ERIC ANDERSEN: The Essential Eric Andersen
What is essential in an artist’s work, whose legacy reaches back a half century? Unless the artist in question has an unusually consistent body of work, the question can be daunting. Fortunately, in seminal singer-songwriter Eric Andersen’s case there has been consistency as well as the kind of inspiration that follows the joy and toil that goes into authentic living. Like a blues singer, his songs have been lived in and lived through. This album includes not only key songs, but vital chapters, periods, and eras reaching beyond trends and easily categorized “best of” song packages. This new release, The Essential Eric Andersen, does capture what is essential in his near-six decades of work.
This double-CD package portrays a singer-songwriter who has remained true to his calling in pursuit of songs that run deeper and have endured longer than any album of “greatest hits” by lesser artists. The album reaches back to Andersen’s 1965 debut, Today is the Highway, when he was known as one of the Greenwich Village troubadours and a peer of Bob Dylan’s. It follows with the classic Blue River milestone of the singer-songwriter movement of the early ’70s through the band he helped found with Jonas Fjld and Rick Danko. Also included are unique to collaborations with Lou Reed, David Bromberg, and Bruce Langhorne. Along the way we hear original blues songs, tributes to the Beat poets, and his more recent, latter day haunting and stripped-down music of the last 10 years.
Throughout the collection the common thread are Andersen’s observant and insightful lyrics that yield impressionistic imagery, poetic empathy, and compassion too often absent in today’s self-absorbed songwriters.
Most familiar to fans of the Greenwich era are “Thirsty Boots,” recorded by Judy Collins and Bob Dylan, among many others; “Come to My Bedside, My Darlin’”; and “Violets of Dawn.” Beyond this there are plenty of riches to discover. Songs like “Come Runnin’ Like a Friend” and “Rains Fell Down in Amsterdam” are experiences in the universal and intimate nature of songwriting-in-performance as it turns from art to a direct experience of life. This is the palate where Andersen does his most transformational work. Like other great songwriters, he is a poet-alchemist whose vision is clear, and his songs are bound together with truth.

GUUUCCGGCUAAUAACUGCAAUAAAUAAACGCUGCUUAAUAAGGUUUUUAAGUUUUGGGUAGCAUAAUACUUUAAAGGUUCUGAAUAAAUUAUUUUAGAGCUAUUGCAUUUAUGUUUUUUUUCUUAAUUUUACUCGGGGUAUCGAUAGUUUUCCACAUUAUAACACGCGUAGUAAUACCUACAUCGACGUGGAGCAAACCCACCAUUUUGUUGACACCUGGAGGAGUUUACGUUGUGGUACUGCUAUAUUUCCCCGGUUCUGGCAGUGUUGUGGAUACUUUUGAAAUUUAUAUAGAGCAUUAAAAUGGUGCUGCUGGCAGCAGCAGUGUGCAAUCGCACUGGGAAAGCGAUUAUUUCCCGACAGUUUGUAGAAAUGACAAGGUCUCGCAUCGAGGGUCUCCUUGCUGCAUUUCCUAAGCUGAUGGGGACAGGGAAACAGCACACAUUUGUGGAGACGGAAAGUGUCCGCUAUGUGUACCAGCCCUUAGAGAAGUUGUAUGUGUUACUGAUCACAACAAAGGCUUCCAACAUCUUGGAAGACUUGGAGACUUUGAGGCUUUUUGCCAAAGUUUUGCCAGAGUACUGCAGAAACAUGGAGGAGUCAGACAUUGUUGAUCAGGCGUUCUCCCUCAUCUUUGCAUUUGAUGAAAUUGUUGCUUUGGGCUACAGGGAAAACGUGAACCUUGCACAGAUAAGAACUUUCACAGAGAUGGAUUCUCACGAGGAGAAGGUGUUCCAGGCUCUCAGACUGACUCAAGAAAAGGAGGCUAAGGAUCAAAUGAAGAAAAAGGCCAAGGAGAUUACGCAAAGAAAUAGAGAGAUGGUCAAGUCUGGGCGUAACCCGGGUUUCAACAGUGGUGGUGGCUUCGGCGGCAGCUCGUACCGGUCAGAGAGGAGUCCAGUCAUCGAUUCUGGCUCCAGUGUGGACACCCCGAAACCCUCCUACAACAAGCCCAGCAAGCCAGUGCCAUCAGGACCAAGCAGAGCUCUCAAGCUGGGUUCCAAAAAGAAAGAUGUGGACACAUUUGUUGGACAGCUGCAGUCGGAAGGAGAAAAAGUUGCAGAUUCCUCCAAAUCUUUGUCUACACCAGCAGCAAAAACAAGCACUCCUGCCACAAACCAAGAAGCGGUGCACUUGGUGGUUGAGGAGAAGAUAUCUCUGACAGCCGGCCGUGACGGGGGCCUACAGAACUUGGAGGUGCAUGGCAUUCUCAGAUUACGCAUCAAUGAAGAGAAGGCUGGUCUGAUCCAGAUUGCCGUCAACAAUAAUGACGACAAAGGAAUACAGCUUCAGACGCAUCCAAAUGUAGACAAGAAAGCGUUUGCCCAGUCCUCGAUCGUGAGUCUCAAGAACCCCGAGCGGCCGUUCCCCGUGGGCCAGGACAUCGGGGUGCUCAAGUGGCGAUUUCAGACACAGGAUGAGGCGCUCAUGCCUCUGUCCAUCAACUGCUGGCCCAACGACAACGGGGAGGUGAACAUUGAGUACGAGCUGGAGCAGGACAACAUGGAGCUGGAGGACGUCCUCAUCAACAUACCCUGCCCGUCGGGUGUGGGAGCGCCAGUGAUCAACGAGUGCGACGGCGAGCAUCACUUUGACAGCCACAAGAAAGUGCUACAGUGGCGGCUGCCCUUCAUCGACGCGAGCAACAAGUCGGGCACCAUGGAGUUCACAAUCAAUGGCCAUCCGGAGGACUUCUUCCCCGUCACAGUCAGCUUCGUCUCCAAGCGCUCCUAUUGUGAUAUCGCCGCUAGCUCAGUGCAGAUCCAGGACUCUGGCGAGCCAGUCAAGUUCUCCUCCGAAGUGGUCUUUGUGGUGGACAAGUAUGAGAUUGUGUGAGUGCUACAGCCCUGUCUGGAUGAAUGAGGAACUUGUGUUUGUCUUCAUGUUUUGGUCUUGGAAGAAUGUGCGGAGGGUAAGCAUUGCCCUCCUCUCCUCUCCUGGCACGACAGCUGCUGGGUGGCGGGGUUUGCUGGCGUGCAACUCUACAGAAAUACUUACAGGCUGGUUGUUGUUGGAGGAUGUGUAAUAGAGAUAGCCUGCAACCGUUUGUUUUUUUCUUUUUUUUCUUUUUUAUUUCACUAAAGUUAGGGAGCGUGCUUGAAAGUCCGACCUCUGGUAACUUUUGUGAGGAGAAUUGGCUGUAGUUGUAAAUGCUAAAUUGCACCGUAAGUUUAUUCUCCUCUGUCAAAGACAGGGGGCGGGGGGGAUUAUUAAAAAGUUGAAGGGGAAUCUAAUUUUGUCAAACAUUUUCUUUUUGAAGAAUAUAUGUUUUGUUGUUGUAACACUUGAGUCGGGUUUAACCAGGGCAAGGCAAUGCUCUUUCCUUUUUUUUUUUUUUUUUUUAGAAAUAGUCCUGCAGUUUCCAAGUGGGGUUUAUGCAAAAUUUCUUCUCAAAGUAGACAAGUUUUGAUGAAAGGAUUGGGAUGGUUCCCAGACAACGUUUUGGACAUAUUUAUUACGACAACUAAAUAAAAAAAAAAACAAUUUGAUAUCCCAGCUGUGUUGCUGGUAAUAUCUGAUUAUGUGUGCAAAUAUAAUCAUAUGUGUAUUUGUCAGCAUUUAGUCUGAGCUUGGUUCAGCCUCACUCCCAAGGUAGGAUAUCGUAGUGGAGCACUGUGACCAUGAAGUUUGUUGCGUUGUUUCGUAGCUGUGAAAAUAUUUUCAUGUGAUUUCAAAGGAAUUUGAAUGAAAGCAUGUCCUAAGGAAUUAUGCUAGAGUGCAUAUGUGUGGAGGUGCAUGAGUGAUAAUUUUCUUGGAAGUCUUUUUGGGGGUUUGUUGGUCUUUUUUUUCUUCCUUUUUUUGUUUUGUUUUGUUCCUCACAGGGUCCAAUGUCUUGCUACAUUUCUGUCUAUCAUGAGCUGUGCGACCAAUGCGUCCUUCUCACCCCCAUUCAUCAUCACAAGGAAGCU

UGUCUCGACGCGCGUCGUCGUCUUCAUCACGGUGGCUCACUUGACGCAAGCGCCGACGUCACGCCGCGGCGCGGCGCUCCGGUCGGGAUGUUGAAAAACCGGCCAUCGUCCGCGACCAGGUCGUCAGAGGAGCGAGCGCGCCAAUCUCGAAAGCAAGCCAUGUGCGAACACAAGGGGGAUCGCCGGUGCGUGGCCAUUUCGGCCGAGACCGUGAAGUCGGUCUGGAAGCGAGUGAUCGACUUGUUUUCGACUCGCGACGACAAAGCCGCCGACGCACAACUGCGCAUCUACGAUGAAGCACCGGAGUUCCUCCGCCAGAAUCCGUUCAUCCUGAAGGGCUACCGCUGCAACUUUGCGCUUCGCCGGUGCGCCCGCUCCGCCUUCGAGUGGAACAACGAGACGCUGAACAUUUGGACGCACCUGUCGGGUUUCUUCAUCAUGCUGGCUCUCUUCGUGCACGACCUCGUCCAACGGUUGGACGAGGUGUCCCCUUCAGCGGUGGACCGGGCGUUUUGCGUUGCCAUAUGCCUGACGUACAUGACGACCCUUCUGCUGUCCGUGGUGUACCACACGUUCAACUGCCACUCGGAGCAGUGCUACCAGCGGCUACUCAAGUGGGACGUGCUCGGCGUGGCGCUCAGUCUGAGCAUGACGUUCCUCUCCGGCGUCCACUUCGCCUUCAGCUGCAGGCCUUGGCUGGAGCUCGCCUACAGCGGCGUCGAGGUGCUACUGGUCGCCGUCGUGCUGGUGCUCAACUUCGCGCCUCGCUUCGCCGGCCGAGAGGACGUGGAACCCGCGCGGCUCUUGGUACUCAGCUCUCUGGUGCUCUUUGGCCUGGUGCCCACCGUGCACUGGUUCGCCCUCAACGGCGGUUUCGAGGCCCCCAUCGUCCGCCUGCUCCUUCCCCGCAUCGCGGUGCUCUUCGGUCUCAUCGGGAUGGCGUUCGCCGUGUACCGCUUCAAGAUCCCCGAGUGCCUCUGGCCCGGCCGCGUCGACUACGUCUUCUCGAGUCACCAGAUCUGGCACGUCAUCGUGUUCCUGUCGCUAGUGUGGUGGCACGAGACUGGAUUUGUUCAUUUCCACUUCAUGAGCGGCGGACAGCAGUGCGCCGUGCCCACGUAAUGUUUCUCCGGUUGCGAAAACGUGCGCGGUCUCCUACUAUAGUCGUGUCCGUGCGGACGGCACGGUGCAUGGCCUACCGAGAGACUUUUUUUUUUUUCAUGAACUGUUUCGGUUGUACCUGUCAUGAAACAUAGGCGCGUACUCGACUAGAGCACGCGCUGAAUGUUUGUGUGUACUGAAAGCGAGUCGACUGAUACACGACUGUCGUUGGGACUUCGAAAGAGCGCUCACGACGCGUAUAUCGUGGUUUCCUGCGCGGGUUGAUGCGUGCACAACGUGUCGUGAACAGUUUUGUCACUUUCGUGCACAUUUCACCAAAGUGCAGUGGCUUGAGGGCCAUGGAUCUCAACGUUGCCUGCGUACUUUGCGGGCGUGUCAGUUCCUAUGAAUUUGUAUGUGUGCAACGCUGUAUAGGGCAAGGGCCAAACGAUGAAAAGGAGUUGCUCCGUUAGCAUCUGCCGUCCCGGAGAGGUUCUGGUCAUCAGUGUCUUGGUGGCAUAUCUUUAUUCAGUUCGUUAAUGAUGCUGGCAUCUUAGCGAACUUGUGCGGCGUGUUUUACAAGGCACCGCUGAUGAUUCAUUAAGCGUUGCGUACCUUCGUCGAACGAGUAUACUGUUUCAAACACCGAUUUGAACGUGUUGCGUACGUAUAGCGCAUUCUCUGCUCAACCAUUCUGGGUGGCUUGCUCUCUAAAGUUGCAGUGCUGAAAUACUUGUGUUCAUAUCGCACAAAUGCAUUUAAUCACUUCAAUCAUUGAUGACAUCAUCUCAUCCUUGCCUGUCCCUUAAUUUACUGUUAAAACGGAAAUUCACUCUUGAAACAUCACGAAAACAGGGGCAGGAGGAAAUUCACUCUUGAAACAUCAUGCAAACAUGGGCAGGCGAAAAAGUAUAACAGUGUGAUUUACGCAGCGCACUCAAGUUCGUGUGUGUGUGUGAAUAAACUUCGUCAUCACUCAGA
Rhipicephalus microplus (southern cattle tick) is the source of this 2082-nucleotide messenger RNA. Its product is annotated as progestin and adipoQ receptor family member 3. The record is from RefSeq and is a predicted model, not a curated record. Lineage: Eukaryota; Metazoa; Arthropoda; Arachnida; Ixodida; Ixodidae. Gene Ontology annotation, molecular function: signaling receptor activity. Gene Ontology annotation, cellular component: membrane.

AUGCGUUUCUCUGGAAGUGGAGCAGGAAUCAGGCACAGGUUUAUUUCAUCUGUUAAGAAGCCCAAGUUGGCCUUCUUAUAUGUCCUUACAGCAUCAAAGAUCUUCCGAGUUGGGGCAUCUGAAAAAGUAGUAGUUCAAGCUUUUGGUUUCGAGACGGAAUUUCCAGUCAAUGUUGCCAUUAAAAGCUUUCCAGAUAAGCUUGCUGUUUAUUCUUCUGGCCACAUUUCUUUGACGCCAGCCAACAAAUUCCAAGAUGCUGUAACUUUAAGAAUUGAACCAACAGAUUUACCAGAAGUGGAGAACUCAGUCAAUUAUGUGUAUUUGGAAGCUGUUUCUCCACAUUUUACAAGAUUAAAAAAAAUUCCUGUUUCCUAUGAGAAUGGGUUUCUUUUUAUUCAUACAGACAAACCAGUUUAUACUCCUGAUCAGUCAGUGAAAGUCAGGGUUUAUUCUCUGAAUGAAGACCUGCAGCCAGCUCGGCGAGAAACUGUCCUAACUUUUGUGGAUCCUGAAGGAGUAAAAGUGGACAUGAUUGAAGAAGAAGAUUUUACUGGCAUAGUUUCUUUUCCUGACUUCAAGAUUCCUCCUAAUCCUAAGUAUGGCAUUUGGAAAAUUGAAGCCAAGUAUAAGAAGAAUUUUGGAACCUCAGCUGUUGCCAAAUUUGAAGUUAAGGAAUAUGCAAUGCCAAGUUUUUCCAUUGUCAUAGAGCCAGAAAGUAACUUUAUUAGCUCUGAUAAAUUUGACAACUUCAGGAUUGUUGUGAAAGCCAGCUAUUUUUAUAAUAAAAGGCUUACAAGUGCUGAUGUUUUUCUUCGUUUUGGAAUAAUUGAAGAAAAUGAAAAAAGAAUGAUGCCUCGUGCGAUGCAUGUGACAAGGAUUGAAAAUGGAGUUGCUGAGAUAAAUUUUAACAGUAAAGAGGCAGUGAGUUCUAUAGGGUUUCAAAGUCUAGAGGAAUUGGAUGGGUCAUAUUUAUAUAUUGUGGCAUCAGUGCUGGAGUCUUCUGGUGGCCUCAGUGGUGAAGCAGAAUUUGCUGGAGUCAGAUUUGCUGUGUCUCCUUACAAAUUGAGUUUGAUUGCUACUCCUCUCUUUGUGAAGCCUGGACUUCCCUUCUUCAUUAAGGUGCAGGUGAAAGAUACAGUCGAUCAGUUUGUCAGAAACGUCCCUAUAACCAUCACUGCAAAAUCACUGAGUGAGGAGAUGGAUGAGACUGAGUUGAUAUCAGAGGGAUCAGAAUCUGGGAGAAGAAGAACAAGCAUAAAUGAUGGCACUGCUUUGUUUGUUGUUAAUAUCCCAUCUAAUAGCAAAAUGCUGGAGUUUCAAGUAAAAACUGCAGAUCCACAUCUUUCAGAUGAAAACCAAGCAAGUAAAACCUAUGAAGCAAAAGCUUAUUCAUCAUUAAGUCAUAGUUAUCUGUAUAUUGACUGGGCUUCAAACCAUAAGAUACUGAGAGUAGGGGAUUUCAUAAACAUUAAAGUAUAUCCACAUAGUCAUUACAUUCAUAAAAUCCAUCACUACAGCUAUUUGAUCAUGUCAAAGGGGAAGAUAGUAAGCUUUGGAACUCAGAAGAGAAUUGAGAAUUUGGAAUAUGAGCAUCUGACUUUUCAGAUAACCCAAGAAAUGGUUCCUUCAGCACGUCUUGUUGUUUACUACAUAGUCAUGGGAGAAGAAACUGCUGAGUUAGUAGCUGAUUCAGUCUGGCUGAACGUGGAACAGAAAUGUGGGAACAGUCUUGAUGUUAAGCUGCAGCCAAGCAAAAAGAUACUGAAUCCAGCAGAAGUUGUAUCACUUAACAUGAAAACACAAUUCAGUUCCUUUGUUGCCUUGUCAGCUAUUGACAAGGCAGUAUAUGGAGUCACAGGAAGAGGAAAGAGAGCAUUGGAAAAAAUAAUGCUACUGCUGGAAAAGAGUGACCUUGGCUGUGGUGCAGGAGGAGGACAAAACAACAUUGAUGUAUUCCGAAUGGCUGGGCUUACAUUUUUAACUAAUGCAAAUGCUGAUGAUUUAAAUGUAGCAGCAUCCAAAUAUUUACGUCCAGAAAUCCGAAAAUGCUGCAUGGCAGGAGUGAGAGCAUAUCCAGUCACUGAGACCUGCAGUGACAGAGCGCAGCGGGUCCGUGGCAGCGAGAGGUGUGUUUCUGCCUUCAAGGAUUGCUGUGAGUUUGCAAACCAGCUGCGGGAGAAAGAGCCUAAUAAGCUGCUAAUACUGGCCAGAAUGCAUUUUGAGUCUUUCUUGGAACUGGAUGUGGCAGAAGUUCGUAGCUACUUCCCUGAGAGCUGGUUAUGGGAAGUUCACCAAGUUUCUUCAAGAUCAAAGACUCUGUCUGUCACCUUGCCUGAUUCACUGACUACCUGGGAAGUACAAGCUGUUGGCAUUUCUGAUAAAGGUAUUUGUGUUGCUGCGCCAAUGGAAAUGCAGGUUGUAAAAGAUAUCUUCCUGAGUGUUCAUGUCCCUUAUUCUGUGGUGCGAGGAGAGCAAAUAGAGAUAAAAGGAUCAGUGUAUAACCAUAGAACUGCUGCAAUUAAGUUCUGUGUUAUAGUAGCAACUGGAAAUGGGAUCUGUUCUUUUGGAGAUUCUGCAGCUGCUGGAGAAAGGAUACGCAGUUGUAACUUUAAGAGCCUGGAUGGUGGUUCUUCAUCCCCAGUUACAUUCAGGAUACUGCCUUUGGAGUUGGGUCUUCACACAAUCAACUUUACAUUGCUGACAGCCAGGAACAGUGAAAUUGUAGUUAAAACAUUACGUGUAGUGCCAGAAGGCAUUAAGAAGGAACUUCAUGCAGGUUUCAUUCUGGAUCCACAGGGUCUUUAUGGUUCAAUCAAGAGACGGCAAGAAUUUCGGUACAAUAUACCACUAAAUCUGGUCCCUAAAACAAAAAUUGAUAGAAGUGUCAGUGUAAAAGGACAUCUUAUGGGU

This collection allows the listener to stop and dwell on specific eras of Andersen’s work. The early Vanguard recordings offer a look at an artist who refined and defined himself apart from his Village friends in the mid-’60s. The Blue River era of the early ’70s includes three albums (Blue River, Stages, Be True to You), which stand as consistent masterful works that helped shape the singer-songwriter outside of the trends and hits of the times.
Fortunately, two of his more epic works appear on this collection: “Time Run Like a Freight Train” and “Ghosts Up on the Road.” These are songs that hold the redemptive power of thought, word, and melody sewn through art that heals, if we take the time to listen and experience.
The answer to the question of what is essential in Eric Andersen’s work is that there is nothing unessential here. As is the case with any classic work of literature, art or music, the songs on this collection represent pieces of time where we can discover, rediscover, and experience Eric Andersen’s songs with evolving and deepening meaning as time passes.
In the last five years he has released an EP in collaboration with the 20th century philosopher Albert Camus–Light & Shadow of Albert Camus–and most recently a new album with 18th century poet, Lord Byron Shelly, titled Mingle with the Universe. There is also a much-anticipated film by Paul Lamont, The Songpoet, due out soon.
Eric Andersen pays a visit to AMSD Concerts at Sweetwater Highschool in National City on May 4. See May calendar for details.